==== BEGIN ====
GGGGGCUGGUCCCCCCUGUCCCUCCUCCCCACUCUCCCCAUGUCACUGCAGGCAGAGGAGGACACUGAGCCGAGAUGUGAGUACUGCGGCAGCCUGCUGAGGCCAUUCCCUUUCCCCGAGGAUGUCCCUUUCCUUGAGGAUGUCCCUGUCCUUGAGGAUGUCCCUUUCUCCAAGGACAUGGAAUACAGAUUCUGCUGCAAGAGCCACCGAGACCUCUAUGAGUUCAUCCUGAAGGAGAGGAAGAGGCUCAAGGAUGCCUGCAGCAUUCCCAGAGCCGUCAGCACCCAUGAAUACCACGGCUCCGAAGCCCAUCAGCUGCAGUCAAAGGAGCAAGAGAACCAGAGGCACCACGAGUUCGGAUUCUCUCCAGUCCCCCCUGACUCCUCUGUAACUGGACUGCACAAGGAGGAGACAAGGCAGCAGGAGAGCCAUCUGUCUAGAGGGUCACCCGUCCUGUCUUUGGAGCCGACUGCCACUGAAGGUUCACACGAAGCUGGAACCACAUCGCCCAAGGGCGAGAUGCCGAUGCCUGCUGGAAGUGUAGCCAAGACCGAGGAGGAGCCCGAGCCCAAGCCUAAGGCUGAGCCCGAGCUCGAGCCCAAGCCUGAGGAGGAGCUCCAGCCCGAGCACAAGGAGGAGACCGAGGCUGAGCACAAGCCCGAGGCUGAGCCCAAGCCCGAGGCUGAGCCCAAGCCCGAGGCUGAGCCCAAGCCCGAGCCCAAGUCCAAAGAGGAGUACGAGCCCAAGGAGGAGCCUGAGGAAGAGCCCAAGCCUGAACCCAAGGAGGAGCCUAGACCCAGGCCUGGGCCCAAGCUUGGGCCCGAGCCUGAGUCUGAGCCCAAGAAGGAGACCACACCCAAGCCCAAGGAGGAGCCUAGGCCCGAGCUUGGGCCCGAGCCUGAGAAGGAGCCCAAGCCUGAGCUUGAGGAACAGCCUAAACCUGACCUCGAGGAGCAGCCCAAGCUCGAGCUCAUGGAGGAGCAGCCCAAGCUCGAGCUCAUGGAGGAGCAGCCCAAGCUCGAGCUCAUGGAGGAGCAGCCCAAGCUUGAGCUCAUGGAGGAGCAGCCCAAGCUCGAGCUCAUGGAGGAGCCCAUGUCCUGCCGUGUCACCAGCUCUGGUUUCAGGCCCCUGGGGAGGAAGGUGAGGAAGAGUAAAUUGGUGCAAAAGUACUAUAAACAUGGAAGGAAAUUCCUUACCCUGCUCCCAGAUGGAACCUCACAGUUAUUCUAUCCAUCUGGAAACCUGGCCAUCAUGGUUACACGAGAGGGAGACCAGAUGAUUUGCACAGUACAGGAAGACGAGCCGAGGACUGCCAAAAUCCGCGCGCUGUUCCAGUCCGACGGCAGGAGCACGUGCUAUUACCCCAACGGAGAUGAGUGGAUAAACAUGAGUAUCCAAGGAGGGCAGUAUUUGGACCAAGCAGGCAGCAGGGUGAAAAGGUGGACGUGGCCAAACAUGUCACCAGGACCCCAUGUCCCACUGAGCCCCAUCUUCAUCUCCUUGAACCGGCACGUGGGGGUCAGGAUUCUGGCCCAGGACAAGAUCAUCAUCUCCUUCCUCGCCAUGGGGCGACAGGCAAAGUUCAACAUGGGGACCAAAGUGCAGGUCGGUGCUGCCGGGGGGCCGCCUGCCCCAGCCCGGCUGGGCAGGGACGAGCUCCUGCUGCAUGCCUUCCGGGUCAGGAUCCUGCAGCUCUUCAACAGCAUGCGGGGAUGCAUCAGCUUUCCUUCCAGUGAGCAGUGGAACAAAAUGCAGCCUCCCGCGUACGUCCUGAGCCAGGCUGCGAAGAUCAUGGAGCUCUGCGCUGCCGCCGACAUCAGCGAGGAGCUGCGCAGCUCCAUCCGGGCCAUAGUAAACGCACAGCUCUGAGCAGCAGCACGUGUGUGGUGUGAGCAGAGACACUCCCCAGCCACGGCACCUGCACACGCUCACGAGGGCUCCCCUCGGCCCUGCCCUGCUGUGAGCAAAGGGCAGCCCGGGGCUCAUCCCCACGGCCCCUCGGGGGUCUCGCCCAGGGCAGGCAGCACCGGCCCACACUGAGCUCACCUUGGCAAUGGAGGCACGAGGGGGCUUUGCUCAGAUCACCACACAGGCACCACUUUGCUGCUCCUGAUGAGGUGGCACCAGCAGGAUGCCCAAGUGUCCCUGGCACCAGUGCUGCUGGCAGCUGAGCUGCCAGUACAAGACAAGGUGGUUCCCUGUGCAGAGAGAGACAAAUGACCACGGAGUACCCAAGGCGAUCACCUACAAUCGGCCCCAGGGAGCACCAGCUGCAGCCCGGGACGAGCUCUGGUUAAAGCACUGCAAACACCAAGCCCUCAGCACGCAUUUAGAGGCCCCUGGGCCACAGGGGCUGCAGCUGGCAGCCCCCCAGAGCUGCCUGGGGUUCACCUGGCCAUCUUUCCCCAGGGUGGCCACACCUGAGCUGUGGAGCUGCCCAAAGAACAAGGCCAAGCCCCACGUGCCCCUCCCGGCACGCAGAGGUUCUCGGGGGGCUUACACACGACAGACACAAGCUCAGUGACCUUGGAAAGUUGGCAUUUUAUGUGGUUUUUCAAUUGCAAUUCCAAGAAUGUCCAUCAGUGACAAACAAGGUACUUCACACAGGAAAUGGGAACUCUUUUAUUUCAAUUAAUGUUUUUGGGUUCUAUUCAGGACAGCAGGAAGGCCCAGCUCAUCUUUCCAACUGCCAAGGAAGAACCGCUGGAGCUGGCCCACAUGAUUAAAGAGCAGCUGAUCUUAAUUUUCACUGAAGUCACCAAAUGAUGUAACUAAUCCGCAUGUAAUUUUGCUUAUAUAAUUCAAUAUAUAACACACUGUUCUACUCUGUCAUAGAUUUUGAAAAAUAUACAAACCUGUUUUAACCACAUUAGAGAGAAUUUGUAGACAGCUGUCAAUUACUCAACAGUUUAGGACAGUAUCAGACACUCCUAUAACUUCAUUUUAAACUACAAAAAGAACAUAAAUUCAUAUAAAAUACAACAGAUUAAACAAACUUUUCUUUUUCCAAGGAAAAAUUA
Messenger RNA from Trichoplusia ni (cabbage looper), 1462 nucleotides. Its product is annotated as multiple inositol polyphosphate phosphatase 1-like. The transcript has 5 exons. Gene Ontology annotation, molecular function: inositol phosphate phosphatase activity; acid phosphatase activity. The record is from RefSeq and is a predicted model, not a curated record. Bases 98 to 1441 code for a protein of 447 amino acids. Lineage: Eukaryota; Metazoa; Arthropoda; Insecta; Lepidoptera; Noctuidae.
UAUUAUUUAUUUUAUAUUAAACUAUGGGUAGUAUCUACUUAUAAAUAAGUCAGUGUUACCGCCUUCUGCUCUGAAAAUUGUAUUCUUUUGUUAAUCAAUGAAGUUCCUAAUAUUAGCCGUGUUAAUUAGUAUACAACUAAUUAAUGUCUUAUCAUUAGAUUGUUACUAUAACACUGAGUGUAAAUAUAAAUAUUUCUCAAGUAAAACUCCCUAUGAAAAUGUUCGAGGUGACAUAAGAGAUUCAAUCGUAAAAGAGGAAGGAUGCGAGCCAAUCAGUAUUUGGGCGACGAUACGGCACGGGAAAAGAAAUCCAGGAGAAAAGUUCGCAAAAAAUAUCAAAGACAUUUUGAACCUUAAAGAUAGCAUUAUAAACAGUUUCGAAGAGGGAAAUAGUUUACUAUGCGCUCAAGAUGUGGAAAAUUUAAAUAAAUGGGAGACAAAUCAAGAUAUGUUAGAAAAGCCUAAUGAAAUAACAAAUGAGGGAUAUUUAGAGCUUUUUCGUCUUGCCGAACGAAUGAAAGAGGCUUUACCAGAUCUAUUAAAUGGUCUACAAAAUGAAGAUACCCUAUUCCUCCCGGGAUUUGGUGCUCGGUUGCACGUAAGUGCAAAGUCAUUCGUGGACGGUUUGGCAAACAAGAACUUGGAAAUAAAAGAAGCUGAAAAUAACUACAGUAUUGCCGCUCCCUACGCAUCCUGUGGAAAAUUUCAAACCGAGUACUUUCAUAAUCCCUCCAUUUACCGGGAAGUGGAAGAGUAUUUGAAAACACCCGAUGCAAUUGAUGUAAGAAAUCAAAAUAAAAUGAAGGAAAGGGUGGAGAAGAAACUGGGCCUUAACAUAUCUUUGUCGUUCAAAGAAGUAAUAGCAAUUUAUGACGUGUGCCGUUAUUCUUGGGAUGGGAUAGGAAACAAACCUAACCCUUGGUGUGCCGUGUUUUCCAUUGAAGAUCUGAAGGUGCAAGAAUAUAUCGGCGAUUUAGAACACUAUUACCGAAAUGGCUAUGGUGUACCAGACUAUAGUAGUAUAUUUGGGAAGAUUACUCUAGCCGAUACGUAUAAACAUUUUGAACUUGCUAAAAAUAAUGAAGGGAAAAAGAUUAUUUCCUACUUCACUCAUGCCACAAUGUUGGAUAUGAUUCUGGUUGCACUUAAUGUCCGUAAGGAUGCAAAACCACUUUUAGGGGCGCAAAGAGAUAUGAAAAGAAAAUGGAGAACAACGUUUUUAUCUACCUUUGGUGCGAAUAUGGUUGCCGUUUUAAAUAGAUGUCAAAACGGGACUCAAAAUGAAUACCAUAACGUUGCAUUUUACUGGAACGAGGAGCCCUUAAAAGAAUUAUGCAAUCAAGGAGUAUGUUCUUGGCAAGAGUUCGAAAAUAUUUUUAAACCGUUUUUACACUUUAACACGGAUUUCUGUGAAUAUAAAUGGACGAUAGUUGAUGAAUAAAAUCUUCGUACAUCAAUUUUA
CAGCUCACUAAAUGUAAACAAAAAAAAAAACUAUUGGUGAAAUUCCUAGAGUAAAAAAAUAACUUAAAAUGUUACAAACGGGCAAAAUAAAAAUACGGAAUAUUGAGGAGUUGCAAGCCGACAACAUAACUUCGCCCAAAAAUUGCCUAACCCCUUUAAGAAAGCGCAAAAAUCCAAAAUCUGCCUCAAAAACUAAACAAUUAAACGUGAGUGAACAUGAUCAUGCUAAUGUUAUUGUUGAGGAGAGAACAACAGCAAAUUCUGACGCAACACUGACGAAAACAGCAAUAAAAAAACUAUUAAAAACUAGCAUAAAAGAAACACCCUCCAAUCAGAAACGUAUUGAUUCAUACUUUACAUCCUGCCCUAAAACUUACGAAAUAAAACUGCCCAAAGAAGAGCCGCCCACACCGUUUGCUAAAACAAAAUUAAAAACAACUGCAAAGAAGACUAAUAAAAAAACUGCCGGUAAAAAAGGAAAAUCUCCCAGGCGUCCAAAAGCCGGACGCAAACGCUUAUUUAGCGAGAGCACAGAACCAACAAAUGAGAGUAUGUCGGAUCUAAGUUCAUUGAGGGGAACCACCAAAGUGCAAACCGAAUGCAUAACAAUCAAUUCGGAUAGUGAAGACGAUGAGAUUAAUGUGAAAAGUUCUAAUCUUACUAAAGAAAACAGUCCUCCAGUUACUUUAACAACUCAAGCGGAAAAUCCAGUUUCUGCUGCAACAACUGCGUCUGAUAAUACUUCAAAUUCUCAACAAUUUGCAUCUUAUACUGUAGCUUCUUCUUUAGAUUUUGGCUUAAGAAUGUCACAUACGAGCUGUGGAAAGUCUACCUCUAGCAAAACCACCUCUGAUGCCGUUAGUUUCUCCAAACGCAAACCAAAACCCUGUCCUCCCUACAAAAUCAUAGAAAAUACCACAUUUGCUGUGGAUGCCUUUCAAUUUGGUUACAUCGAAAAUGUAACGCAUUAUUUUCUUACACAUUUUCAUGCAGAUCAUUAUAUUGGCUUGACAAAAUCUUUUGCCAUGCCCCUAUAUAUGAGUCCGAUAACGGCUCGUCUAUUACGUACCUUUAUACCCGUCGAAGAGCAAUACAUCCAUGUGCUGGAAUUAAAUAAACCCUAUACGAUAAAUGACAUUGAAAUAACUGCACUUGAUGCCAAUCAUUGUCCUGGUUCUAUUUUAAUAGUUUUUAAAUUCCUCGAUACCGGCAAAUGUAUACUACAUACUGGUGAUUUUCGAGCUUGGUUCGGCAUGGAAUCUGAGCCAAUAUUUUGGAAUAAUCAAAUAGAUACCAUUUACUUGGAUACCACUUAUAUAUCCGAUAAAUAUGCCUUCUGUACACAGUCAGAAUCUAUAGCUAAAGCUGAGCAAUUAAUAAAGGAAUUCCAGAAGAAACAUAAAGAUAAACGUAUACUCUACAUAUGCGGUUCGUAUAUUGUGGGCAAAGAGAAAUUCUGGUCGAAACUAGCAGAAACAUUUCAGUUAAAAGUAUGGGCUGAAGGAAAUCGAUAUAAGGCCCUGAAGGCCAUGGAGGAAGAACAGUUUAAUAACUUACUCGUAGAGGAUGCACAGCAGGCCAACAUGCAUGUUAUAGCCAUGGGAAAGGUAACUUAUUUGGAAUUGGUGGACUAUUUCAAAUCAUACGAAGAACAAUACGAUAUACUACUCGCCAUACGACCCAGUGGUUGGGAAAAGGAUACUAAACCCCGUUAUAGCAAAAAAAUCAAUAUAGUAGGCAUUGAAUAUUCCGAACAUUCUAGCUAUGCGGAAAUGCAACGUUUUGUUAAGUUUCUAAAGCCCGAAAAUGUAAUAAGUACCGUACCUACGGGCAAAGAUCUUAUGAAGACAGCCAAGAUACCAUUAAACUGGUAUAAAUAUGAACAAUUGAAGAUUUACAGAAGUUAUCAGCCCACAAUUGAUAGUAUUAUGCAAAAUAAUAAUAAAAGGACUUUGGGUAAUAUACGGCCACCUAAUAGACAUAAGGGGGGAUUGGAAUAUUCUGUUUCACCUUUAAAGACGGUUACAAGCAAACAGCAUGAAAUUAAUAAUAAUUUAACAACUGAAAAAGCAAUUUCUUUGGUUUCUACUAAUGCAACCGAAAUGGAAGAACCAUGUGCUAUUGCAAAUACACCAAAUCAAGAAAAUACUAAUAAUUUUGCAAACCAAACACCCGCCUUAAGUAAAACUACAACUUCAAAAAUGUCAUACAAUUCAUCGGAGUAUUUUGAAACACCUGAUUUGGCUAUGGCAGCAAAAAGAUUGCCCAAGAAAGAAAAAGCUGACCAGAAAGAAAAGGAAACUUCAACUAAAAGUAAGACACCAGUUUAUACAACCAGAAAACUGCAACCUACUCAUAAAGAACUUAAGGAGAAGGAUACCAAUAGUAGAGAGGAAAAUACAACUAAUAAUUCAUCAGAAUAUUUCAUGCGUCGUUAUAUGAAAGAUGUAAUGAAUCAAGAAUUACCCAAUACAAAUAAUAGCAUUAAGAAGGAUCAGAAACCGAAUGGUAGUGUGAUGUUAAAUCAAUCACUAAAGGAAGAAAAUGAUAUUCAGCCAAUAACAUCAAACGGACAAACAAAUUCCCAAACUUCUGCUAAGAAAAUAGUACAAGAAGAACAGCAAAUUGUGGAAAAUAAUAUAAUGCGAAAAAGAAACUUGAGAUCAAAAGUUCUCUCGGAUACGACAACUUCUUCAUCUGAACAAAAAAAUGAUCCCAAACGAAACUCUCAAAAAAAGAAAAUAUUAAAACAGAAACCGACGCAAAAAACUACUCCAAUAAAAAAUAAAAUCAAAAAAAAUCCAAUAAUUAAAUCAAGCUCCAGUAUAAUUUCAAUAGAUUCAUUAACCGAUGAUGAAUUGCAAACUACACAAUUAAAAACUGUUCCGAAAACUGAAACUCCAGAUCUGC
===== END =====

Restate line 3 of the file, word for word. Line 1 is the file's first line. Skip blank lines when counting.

UAUUAUUUAUUUUAUAUUAAACUAUGGGUAGUAUCUACUUAUAAAUAAGUCAGUGUUACCGCCUUCUGCUCUGAAAAUUGUAUUCUUUUGUUAAUCAAUGAAGUUCCUAAUAUUAGCCGUGUUAAUUAGUAUACAACUAAUUAAUGUCUUAUCAUUAGAUUGUUACUAUAACACUGAGUGUAAAUAUAAAUAUUUCUCAAGUAAAACUCCCUAUGAAAAUGUUCGAGGUGACAUAAGAGAUUCAAUCGUAAAAGAGGAAGGAUGCGAGCCAAUCAGUAUUUGGGCGACGAUACGGCACGGGAAAAGAAAUCCAGGAGAAAAGUUCGCAAAAAAUAUCAAAGACAUUUUGAACCUUAAAGAUAGCAUUAUAAACAGUUUCGAAGAGGGAAAUAGUUUACUAUGCGCUCAAGAUGUGGAAAAUUUAAAUAAAUGGGAGACAAAUCAAGAUAUGUUAGAAAAGCCUAAUGAAAUAACAAAUGAGGGAUAUUUAGAGCUUUUUCGUCUUGCCGAACGAAUGAAAGAGGCUUUACCAGAUCUAUUAAAUGGUCUACAAAAUGAAGAUACCCUAUUCCUCCCGGGAUUUGGUGCUCGGUUGCACGUAAGUGCAAAGUCAUUCGUGGACGGUUUGGCAAACAAGAACUUGGAAAUAAAAGAAGCUGAAAAUAACUACAGUAUUGCCGCUCCCUACGCAUCCUGUGGAAAAUUUCAAACCGAGUACUUUCAUAAUCCCUCCAUUUACCGGGAAGUGGAAGAGUAUUUGAAAACACCCGAUGCAAUUGAUGUAAGAAAUCAAAAUAAAAUGAAGGAAAGGGUGGAGAAGAAACUGGGCCUUAACAUAUCUUUGUCGUUCAAAGAAGUAAUAGCAAUUUAUGACGUGUGCCGUUAUUCUUGGGAUGGGAUAGGAAACAAACCUAACCCUUGGUGUGCCGUGUUUUCCAUUGAAGAUCUGAAGGUGCAAGAAUAUAUCGGCGAUUUAGAACACUAUUACCGAAAUGGCUAUGGUGUACCAGACUAUAGUAGUAUAUUUGGGAAGAUUACUCUAGCCGAUACGUAUAAACAUUUUGAACUUGCUAAAAAUAAUGAAGGGAAAAAGAUUAUUUCCUACUUCACUCAUGCCACAAUGUUGGAUAUGAUUCUGGUUGCACUUAAUGUCCGUAAGGAUGCAAAACCACUUUUAGGGGCGCAAAGAGAUAUGAAAAGAAAAUGGAGAACAACGUUUUUAUCUACCUUUGGUGCGAAUAUGGUUGCCGUUUUAAAUAGAUGUCAAAACGGGACUCAAAAUGAAUACCAUAACGUUGCAUUUUACUGGAACGAGGAGCCCUUAAAAGAAUUAUGCAAUCAAGGAGUAUGUUCUUGGCAAGAGUUCGAAAAUAUUUUUAAACCGUUUUUACACUUUAACACGGAUUUCUGUGAAUAUAAAUGGACGAUAGUUGAUGAAUAAAAUCUUCGUACAUCAAUUUUA